Tuesday, March 2, 2010

What are you looking for?

What are you hoping to find?

When was the last time you changed your mind on a spiritual topic? What did that feel like? How often does that happen??? It's not often in our adult life that we can pin down a time where we had a new insight that really, drastically changed our point of view. I remember one of those wonderful moments, and in this article I want to share with you the very resource that I found extremely helpful in one of my personal breakthroughs!

First, I need to ask: How do you go about studying Biblical, spiritual, or eternal topics? Do you make sure you "leave no stone unturned" or do you avoid sources and ideas that make you uncomfortable? It's been said, there's more than one way to skin a cat... Well, while I've never skinned a cat, I do like to peal back the layers of the onion...

Secondly, I want to ask: Why do you study? Studying the Scriptures and investigating spiritual topics should have, minimally, a twofold goal:
#1. Increasing/enhancing our depth of knowledge. And, hopefully, #2. Experiencing some-type of transformation that helps us personally apply our new/increased understanding.

Third, I must point out: We are commanded in the Scriptures to be prepared to back up our beliefs and to continually grow in our studies. Read, for example, I Pet 3:15, II Tim 2:15, Heb 5:12-6:3 for admonitions on being lifelong learners...

The dangerous trap we need to be weary of, is that we "already know" all we need to know on the given subject and with a little study we can help verify what "I've always" thought... Or we surround ourselves with others who will "safely" repeat what we want to hear... There's not much room for growth there. Like my favorite Old Testament teacher at Harding, Tom Eddins, used to say, "The greatest enemy of learning is the illusion of knowledge." There's another danger too, throwing the baby out with the bathwater. Just dumping everything we've been taught and starting from scratch. To turn our back on our heritage is not only disrespectful, it's foolish!

How do we stay balanced in our studies, not being so ridged we can't grow, nor being so open-minded nothing can stay in our mind? In other words, how can we avoid the detrimental-immaturity Paul warns of in Eph 4:14 "so that we may no longer be children, tossed to and fro by the waves and carried about by every wind of doctrine, by human cunning, by craftiness in deceitful schemes." Here's how: Be willing to admit that possibly we could've been wrong (or incomplete in what we did know) and then sincerely examine the evidence.

Whenever we merely seek to confirm what we've always thought, while we don't have to work too hard at that, we can't expect much personal gain... When we want to sharpen our thoughts and examine another's point of view, we have to stretch ourselves somewhat. I'd like to recommend for your consideration a useful series of books that covers several extremely interesting theological topics. The books I highly recommend to you are the "Counterpoints" series by Zondervan Publishing. I have at least a dozen of these counterpoint books on my shelf and each one is excellent.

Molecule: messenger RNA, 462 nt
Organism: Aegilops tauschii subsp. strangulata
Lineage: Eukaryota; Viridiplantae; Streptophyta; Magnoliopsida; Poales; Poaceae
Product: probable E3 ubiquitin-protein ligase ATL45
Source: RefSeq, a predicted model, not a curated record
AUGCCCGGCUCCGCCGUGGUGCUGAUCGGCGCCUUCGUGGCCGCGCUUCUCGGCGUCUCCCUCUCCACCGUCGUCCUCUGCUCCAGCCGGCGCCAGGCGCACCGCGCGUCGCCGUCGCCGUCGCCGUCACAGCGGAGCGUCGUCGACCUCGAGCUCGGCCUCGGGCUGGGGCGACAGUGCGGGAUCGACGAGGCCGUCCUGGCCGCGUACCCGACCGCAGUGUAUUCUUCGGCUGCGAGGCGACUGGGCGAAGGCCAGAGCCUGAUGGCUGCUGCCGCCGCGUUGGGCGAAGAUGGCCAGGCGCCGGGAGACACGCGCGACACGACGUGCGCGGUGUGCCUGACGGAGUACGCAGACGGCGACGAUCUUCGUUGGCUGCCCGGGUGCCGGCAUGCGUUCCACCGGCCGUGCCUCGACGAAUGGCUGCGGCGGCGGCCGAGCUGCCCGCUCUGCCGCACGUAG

Here's how they work. The editor/s will determine a topic for discussion, such as: Worship styles, Divorce & remarriage, Creation vs. Evolution, Baptism, are there still Spiritual gifts today?, and difficult topics like Hell. The editor will usually have four different views represented (inviting two to five Christian authors interact on the given topic within the book). How the authors interact is by each one submitting an essay, articulating their view on the given topic, and then in turn each author will critique the ideas of the other authors. So, you read one essay which is immediately analyzed on the following pages by contrary/differing views, then, each view is represented and examined so-forth and so on.

It's not a book series of debates; it is an exciting exchange of ideas/views from a crosscut of varying perspectives. As the reader, if you already have formed an opinion on a topic you will have an opportunity to have your current idea on a topic defined/articulated, and then examined to see it's strengths and weaknesses. If you simply are wanting to lean more on a topic that you are interested in but you haven't come to a conclusion on it yet, there are several views that can help jump-start your studies!

I recognize that for some people this "comparison" of ideas could be too challenging; yet for others it can be exhilarating! Please keep in mind as you consider utilizing this series of books, Prov 27:17 states clearly:
Iron sharpens iron, and one man sharpens another.

Remember, All Truth is God's Truth!

1 comment:

Clarks, Inc. said...

It's been within the last year or so that I've been led to some reallignment in my theology, and as it happens, one of those books was a resource I have used as I've tried to figure out exactly where to land with regard to the issue.